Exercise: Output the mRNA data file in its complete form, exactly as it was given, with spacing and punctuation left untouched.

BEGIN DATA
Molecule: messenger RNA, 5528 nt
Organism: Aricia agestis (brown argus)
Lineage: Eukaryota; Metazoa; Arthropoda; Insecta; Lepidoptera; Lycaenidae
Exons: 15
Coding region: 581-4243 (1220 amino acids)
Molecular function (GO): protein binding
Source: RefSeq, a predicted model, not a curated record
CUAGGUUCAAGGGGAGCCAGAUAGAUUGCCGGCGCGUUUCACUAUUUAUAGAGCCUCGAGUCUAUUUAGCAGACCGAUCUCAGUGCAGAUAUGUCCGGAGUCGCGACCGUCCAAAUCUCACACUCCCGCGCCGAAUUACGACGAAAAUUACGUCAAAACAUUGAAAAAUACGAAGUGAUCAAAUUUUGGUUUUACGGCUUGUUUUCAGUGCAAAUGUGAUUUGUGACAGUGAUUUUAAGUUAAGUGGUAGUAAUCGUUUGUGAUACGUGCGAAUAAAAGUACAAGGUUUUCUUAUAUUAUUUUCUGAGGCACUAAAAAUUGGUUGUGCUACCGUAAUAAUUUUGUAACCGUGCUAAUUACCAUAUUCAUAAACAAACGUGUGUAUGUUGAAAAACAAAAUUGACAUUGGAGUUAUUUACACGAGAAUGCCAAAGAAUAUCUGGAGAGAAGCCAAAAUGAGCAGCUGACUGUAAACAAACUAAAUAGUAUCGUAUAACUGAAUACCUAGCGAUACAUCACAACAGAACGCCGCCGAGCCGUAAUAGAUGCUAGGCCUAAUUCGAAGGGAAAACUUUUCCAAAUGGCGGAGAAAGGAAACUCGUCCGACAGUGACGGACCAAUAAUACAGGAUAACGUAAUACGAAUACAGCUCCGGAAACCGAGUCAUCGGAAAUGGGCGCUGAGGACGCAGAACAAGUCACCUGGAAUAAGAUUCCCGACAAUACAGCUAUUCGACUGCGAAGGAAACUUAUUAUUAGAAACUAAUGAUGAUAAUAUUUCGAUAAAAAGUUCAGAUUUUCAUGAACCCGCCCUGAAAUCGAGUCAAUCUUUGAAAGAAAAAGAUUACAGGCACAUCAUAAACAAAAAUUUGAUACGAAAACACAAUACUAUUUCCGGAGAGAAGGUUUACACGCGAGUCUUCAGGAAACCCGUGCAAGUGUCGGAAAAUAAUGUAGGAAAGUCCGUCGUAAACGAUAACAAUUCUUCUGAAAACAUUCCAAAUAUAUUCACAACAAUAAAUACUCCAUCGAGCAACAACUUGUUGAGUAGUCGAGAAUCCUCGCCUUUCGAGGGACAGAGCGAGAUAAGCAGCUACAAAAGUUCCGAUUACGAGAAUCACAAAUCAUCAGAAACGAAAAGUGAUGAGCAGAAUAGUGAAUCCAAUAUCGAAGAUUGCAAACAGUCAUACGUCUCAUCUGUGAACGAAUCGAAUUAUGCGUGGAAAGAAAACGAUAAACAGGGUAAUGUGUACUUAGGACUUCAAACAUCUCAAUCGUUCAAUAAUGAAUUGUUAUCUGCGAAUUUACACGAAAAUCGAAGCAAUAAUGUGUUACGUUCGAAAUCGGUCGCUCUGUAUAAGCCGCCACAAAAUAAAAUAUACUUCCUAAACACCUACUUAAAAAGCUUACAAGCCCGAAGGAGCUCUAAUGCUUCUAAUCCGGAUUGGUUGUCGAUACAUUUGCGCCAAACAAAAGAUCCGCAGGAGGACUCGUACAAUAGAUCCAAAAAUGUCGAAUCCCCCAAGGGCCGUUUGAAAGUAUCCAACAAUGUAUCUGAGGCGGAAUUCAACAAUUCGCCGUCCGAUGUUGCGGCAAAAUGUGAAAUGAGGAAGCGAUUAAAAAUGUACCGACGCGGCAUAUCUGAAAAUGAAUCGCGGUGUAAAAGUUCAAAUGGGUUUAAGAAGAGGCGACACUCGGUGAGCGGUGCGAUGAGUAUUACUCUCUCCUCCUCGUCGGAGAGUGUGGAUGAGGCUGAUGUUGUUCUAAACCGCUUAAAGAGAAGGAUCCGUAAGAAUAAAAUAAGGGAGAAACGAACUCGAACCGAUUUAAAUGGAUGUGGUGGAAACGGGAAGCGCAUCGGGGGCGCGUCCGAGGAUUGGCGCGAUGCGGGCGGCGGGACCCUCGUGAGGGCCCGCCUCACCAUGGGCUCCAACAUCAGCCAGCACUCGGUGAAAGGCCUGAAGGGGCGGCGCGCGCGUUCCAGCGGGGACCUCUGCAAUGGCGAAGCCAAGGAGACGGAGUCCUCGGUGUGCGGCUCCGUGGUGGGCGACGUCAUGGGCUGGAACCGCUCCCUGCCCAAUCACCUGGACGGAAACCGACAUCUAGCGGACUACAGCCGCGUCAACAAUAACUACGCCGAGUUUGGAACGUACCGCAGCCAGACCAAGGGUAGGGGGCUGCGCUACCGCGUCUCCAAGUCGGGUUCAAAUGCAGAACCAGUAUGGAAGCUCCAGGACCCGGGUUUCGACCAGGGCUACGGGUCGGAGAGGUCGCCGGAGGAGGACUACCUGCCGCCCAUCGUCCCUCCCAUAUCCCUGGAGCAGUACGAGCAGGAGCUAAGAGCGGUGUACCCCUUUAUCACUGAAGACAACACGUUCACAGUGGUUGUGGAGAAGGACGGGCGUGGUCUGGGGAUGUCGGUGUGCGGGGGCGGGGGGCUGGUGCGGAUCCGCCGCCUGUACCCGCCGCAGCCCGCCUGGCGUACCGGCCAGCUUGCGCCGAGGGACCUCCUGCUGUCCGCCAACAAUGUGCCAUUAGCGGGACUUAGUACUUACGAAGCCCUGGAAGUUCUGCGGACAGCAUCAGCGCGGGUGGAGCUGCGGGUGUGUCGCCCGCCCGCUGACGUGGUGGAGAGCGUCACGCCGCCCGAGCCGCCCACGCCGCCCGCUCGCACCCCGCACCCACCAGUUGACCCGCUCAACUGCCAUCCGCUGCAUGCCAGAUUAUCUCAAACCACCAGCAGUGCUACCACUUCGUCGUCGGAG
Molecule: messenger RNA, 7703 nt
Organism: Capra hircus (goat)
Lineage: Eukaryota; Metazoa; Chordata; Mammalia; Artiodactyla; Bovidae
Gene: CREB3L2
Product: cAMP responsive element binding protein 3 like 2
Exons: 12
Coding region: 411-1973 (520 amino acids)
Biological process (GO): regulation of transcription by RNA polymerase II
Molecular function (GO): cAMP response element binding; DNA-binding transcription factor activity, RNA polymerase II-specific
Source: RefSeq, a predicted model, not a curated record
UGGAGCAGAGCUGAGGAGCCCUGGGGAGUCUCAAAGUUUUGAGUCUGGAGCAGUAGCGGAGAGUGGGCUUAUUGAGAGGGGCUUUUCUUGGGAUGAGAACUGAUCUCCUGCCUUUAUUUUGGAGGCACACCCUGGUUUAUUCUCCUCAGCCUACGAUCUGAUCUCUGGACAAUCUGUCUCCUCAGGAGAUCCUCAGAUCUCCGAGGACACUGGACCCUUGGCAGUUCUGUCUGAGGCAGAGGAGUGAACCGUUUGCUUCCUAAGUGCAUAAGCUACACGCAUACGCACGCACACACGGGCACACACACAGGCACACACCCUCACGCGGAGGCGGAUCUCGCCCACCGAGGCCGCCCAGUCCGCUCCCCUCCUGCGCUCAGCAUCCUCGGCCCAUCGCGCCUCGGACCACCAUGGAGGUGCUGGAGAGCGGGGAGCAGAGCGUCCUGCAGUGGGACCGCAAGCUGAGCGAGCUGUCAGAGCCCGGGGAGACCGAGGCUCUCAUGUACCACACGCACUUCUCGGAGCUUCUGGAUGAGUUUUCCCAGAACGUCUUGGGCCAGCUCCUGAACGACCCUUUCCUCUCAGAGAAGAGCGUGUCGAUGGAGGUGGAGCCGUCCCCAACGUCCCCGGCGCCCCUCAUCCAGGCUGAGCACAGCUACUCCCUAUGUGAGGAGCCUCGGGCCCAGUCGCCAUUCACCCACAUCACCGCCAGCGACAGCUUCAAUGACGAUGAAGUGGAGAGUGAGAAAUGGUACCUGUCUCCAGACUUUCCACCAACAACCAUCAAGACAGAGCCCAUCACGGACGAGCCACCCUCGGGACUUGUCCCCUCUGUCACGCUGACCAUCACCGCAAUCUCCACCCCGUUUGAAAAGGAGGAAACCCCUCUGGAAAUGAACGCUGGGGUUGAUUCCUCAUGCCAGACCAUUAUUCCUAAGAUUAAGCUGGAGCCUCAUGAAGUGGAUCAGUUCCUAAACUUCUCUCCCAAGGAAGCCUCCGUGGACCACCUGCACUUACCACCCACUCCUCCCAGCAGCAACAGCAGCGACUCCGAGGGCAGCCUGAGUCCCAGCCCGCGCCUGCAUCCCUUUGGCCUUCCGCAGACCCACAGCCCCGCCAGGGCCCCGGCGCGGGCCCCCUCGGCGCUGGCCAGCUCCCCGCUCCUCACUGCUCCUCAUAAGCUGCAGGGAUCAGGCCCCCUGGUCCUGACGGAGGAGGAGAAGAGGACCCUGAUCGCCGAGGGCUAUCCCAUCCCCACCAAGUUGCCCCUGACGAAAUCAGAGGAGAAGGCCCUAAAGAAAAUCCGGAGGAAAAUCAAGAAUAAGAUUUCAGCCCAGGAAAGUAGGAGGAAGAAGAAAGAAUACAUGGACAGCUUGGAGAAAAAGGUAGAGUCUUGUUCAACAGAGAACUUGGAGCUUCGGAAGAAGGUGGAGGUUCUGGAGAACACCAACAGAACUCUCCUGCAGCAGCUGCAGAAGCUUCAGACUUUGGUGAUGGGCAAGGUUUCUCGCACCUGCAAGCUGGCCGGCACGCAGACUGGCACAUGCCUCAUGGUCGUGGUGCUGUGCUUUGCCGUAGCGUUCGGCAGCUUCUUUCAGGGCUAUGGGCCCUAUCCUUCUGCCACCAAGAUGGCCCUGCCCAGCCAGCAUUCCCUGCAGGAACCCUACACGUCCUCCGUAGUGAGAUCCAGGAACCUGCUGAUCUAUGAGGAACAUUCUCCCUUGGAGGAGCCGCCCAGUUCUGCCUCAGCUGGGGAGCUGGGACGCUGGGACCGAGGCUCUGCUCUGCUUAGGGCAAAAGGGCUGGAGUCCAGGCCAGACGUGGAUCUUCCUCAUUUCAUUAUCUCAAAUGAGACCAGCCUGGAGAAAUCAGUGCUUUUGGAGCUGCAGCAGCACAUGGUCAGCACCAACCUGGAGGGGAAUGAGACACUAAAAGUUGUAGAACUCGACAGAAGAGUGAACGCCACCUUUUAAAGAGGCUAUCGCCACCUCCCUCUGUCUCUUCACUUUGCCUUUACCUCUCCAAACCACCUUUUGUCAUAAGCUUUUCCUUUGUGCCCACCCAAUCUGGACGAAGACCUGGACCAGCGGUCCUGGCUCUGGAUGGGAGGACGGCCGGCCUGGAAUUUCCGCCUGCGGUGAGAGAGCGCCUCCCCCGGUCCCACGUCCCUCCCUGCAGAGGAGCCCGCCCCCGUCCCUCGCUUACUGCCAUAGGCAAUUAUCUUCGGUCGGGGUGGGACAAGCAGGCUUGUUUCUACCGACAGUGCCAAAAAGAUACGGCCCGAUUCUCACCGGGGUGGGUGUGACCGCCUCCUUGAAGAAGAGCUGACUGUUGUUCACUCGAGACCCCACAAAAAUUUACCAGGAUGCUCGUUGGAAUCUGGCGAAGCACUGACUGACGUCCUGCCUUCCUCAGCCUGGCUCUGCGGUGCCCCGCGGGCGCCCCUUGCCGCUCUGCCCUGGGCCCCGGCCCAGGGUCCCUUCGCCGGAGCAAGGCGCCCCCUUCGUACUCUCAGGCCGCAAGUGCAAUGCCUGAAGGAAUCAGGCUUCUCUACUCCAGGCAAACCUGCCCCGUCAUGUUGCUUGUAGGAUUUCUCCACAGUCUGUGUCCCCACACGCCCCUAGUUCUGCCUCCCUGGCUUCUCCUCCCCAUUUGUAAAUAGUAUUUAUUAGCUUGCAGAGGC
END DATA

Molecule: messenger RNA, 5528 nt
Organism: Aricia agestis (brown argus)
Lineage: Eukaryota; Metazoa; Arthropoda; Insecta; Lepidoptera; Lycaenidae
Exons: 15
Coding region: 581-4243 (1220 amino acids)
Molecular function (GO): protein binding
Source: RefSeq, a predicted model, not a curated record
CUAGGUUCAAGGGGAGCCAGAUAGAUUGCCGGCGCGUUUCACUAUUUAUAGAGCCUCGAGUCUAUUUAGCAGACCGAUCUCAGUGCAGAUAUGUCCGGAGUCGCGACCGUCCAAAUCUCACACUCCCGCGCCGAAUUACGACGAAAAUUACGUCAAAACAUUGAAAAAUACGAAGUGAUCAAAUUUUGGUUUUACGGCUUGUUUUCAGUGCAAAUGUGAUUUGUGACAGUGAUUUUAAGUUAAGUGGUAGUAAUCGUUUGUGAUACGUGCGAAUAAAAGUACAAGGUUUUCUUAUAUUAUUUUCUGAGGCACUAAAAAUUGGUUGUGCUACCGUAAUAAUUUUGUAACCGUGCUAAUUACCAUAUUCAUAAACAAACGUGUGUAUGUUGAAAAACAAAAUUGACAUUGGAGUUAUUUACACGAGAAUGCCAAAGAAUAUCUGGAGAGAAGCCAAAAUGAGCAGCUGACUGUAAACAAACUAAAUAGUAUCGUAUAACUGAAUACCUAGCGAUACAUCACAACAGAACGCCGCCGAGCCGUAAUAGAUGCUAGGCCUAAUUCGAAGGGAAAACUUUUCCAAAUGGCGGAGAAAGGAAACUCGUCCGACAGUGACGGACCAAUAAUACAGGAUAACGUAAUACGAAUACAGCUCCGGAAACCGAGUCAUCGGAAAUGGGCGCUGAGGACGCAGAACAAGUCACCUGGAAUAAGAUUCCCGACAAUACAGCUAUUCGACUGCGAAGGAAACUUAUUAUUAGAAACUAAUGAUGAUAAUAUUUCGAUAAAAAGUUCAGAUUUUCAUGAACCCGCCCUGAAAUCGAGUCAAUCUUUGAAAGAAAAAGAUUACAGGCACAUCAUAAACAAAAAUUUGAUACGAAAACACAAUACUAUUUCCGGAGAGAAGGUUUACACGCGAGUCUUCAGGAAACCCGUGCAAGUGUCGGAAAAUAAUGUAGGAAAGUCCGUCGUAAACGAUAACAAUUCUUCUGAAAACAUUCCAAAUAUAUUCACAACAAUAAAUACUCCAUCGAGCAACAACUUGUUGAGUAGUCGAGAAUCCUCGCCUUUCGAGGGACAGAGCGAGAUAAGCAGCUACAAAAGUUCCGAUUACGAGAAUCACAAAUCAUCAGAAACGAAAAGUGAUGAGCAGAAUAGUGAAUCCAAUAUCGAAGAUUGCAAACAGUCAUACGUCUCAUCUGUGAACGAAUCGAAUUAUGCGUGGAAAGAAAACGAUAAACAGGGUAAUGUGUACUUAGGACUUCAAACAUCUCAAUCGUUCAAUAAUGAAUUGUUAUCUGCGAAUUUACACGAAAAUCGAAGCAAUAAUGUGUUACGUUCGAAAUCGGUCGCUCUGUAUAAGCCGCCACAAAAUAAAAUAUACUUCCUAAACACCUACUUAAAAAGCUUACAAGCCCGAAGGAGCUCUAAUGCUUCUAAUCCGGAUUGGUUGUCGAUACAUUUGCGCCAAACAAAAGAUCCGCAGGAGGACUCGUACAAUAGAUCCAAAAAUGUCGAAUCCCCCAAGGGCCGUUUGAAAGUAUCCAACAAUGUAUCUGAGGCGGAAUUCAACAAUUCGCCGUCCGAUGUUGCGGCAAAAUGUGAAAUGAGGAAGCGAUUAAAAAUGUACCGACGCGGCAUAUCUGAAAAUGAAUCGCGGUGUAAAAGUUCAAAUGGGUUUAAGAAGAGGCGACACUCGGUGAGCGGUGCGAUGAGUAUUACUCUCUCCUCCUCGUCGGAGAGUGUGGAUGAGGCUGAUGUUGUUCUAAACCGCUUAAAGAGAAGGAUCCGUAAGAAUAAAAUAAGGGAGAAACGAACUCGAACCGAUUUAAAUGGAUGUGGUGGAAACGGGAAGCGCAUCGGGGGCGCGUCCGAGGAUUGGCGCGAUGCGGGCGGCGGGACCCUCGUGAGGGCCCGCCUCACCAUGGGCUCCAACAUCAGCCAGCACUCGGUGAAAGGCCUGAAGGGGCGGCGCGCGCGUUCCAGCGGGGACCUCUGCAAUGGCGAAGCCAAGGAGACGGAGUCCUCGGUGUGCGGCUCCGUGGUGGGCGACGUCAUGGGCUGGAACCGCUCCCUGCCCAAUCACCUGGACGGAAACCGACAUCUAGCGGACUACAGCCGCGUCAACAAUAACUACGCCGAGUUUGGAACGUACCGCAGCCAGACCAAGGGUAGGGGGCUGCGCUACCGCGUCUCCAAGUCGGGUUCAAAUGCAGAACCAGUAUGGAAGCUCCAGGACCCGGGUUUCGACCAGGGCUACGGGUCGGAGAGGUCGCCGGAGGAGGACUACCUGCCGCCCAUCGUCCCUCCCAUAUCCCUGGAGCAGUACGAGCAGGAGCUAAGAGCGGUGUACCCCUUUAUCACUGAAGACAACACGUUCACAGUGGUUGUGGAGAAGGACGGGCGUGGUCUGGGGAUGUCGGUGUGCGGGGGCGGGGGGCUGGUGCGGAUCCGCCGCCUGUACCCGCCGCAGCCCGCCUGGCGUACCGGCCAGCUUGCGCCGAGGGACCUCCUGCUGUCCGCCAACAAUGUGCCAUUAGCGGGACUUAGUACUUACGAAGCCCUGGAAGUUCUGCGGACAGCAUCAGCGCGGGUGGAGCUGCGGGUGUGUCGCCCGCCCGCUGACGUGGUGGAGAGCGUCACGCCGCCCGAGCCGCCCACGCCGCCCGCUCGCACCCCGCACCCACCAGUUGACCCGCUCAACUGCCAUCCGCUGCAUGCCAGAUUAUCUCAAACCACCAGCAGUGCUACCACUUCGUCGUCGGAG
Molecule: messenger RNA, 7703 nt
Organism: Capra hircus (goat)
Lineage: Eukaryota; Metazoa; Chordata; Mammalia; Artiodactyla; Bovidae
Gene: CREB3L2
Product: cAMP responsive element binding protein 3 like 2
Exons: 12
Coding region: 411-1973 (520 amino acids)
Biological process (GO): regulation of transcription by RNA polymerase II
Molecular function (GO): cAMP response element binding; DNA-binding transcription factor activity, RNA polymerase II-specific
Source: RefSeq, a predicted model, not a curated record
UGGAGCAGAGCUGAGGAGCCCUGGGGAGUCUCAAAGUUUUGAGUCUGGAGCAGUAGCGGAGAGUGGGCUUAUUGAGAGGGGCUUUUCUUGGGAUGAGAACUGAUCUCCUGCCUUUAUUUUGGAGGCACACCCUGGUUUAUUCUCCUCAGCCUACGAUCUGAUCUCUGGACAAUCUGUCUCCUCAGGAGAUCCUCAGAUCUCCGAGGACACUGGACCCUUGGCAGUUCUGUCUGAGGCAGAGGAGUGAACCGUUUGCUUCCUAAGUGCAUAAGCUACACGCAUACGCACGCACACACGGGCACACACACAGGCACACACCCUCACGCGGAGGCGGAUCUCGCCCACCGAGGCCGCCCAGUCCGCUCCCCUCCUGCGCUCAGCAUCCUCGGCCCAUCGCGCCUCGGACCACCAUGGAGGUGCUGGAGAGCGGGGAGCAGAGCGUCCUGCAGUGGGACCGCAAGCUGAGCGAGCUGUCAGAGCCCGGGGAGACCGAGGCUCUCAUGUACCACACGCACUUCUCGGAGCUUCUGGAUGAGUUUUCCCAGAACGUCUUGGGCCAGCUCCUGAACGACCCUUUCCUCUCAGAGAAGAGCGUGUCGAUGGAGGUGGAGCCGUCCCCAACGUCCCCGGCGCCCCUCAUCCAGGCUGAGCACAGCUACUCCCUAUGUGAGGAGCCUCGGGCCCAGUCGCCAUUCACCCACAUCACCGCCAGCGACAGCUUCAAUGACGAUGAAGUGGAGAGUGAGAAAUGGUACCUGUCUCCAGACUUUCCACCAACAACCAUCAAGACAGAGCCCAUCACGGACGAGCCACCCUCGGGACUUGUCCCCUCUGUCACGCUGACCAUCACCGCAAUCUCCACCCCGUUUGAAAAGGAGGAAACCCCUCUGGAAAUGAACGCUGGGGUUGAUUCCUCAUGCCAGACCAUUAUUCCUAAGAUUAAGCUGGAGCCUCAUGAAGUGGAUCAGUUCCUAAACUUCUCUCCCAAGGAAGCCUCCGUGGACCACCUGCACUUACCACCCACUCCUCCCAGCAGCAACAGCAGCGACUCCGAGGGCAGCCUGAGUCCCAGCCCGCGCCUGCAUCCCUUUGGCCUUCCGCAGACCCACAGCCCCGCCAGGGCCCCGGCGCGGGCCCCCUCGGCGCUGGCCAGCUCCCCGCUCCUCACUGCUCCUCAUAAGCUGCAGGGAUCAGGCCCCCUGGUCCUGACGGAGGAGGAGAAGAGGACCCUGAUCGCCGAGGGCUAUCCCAUCCCCACCAAGUUGCCCCUGACGAAAUCAGAGGAGAAGGCCCUAAAGAAAAUCCGGAGGAAAAUCAAGAAUAAGAUUUCAGCCCAGGAAAGUAGGAGGAAGAAGAAAGAAUACAUGGACAGCUUGGAGAAAAAGGUAGAGUCUUGUUCAACAGAGAACUUGGAGCUUCGGAAGAAGGUGGAGGUUCUGGAGAACACCAACAGAACUCUCCUGCAGCAGCUGCAGAAGCUUCAGACUUUGGUGAUGGGCAAGGUUUCUCGCACCUGCAAGCUGGCCGGCACGCAGACUGGCACAUGCCUCAUGGUCGUGGUGCUGUGCUUUGCCGUAGCGUUCGGCAGCUUCUUUCAGGGCUAUGGGCCCUAUCCUUCUGCCACCAAGAUGGCCCUGCCCAGCCAGCAUUCCCUGCAGGAACCCUACACGUCCUCCGUAGUGAGAUCCAGGAACCUGCUGAUCUAUGAGGAACAUUCUCCCUUGGAGGAGCCGCCCAGUUCUGCCUCAGCUGGGGAGCUGGGACGCUGGGACCGAGGCUCUGCUCUGCUUAGGGCAAAAGGGCUGGAGUCCAGGCCAGACGUGGAUCUUCCUCAUUUCAUUAUCUCAAAUGAGACCAGCCUGGAGAAAUCAGUGCUUUUGGAGCUGCAGCAGCACAUGGUCAGCACCAACCUGGAGGGGAAUGAGACACUAAAAGUUGUAGAACUCGACAGAAGAGUGAACGCCACCUUUUAAAGAGGCUAUCGCCACCUCCCUCUGUCUCUUCACUUUGCCUUUACCUCUCCAAACCACCUUUUGUCAUAAGCUUUUCCUUUGUGCCCACCCAAUCUGGACGAAGACCUGGACCAGCGGUCCUGGCUCUGGAUGGGAGGACGGCCGGCCUGGAAUUUCCGCCUGCGGUGAGAGAGCGCCUCCCCCGGUCCCACGUCCCUCCCUGCAGAGGAGCCCGCCCCCGUCCCUCGCUUACUGCCAUAGGCAAUUAUCUUCGGUCGGGGUGGGACAAGCAGGCUUGUUUCUACCGACAGUGCCAAAAAGAUACGGCCCGAUUCUCACCGGGGUGGGUGUGACCGCCUCCUUGAAGAAGAGCUGACUGUUGUUCACUCGAGACCCCACAAAAAUUUACCAGGAUGCUCGUUGGAAUCUGGCGAAGCACUGACUGACGUCCUGCCUUCCUCAGCCUGGCUCUGCGGUGCCCCGCGGGCGCCCCUUGCCGCUCUGCCCUGGGCCCCGGCCCAGGGUCCCUUCGCCGGAGCAAGGCGCCCCCUUCGUACUCUCAGGCCGCAAGUGCAAUGCCUGAAGGAAUCAGGCUUCUCUACUCCAGGCAAACCUGCCCCGUCAUGUUGCUUGUAGGAUUUCUCCACAGUCUGUGUCCCCACACGCCCCUAGUUCUGCCUCCCUGGCUUCUCCUCCCCAUUUGUAAAUAGUAUUUAUUAGCUUGCAGAGGC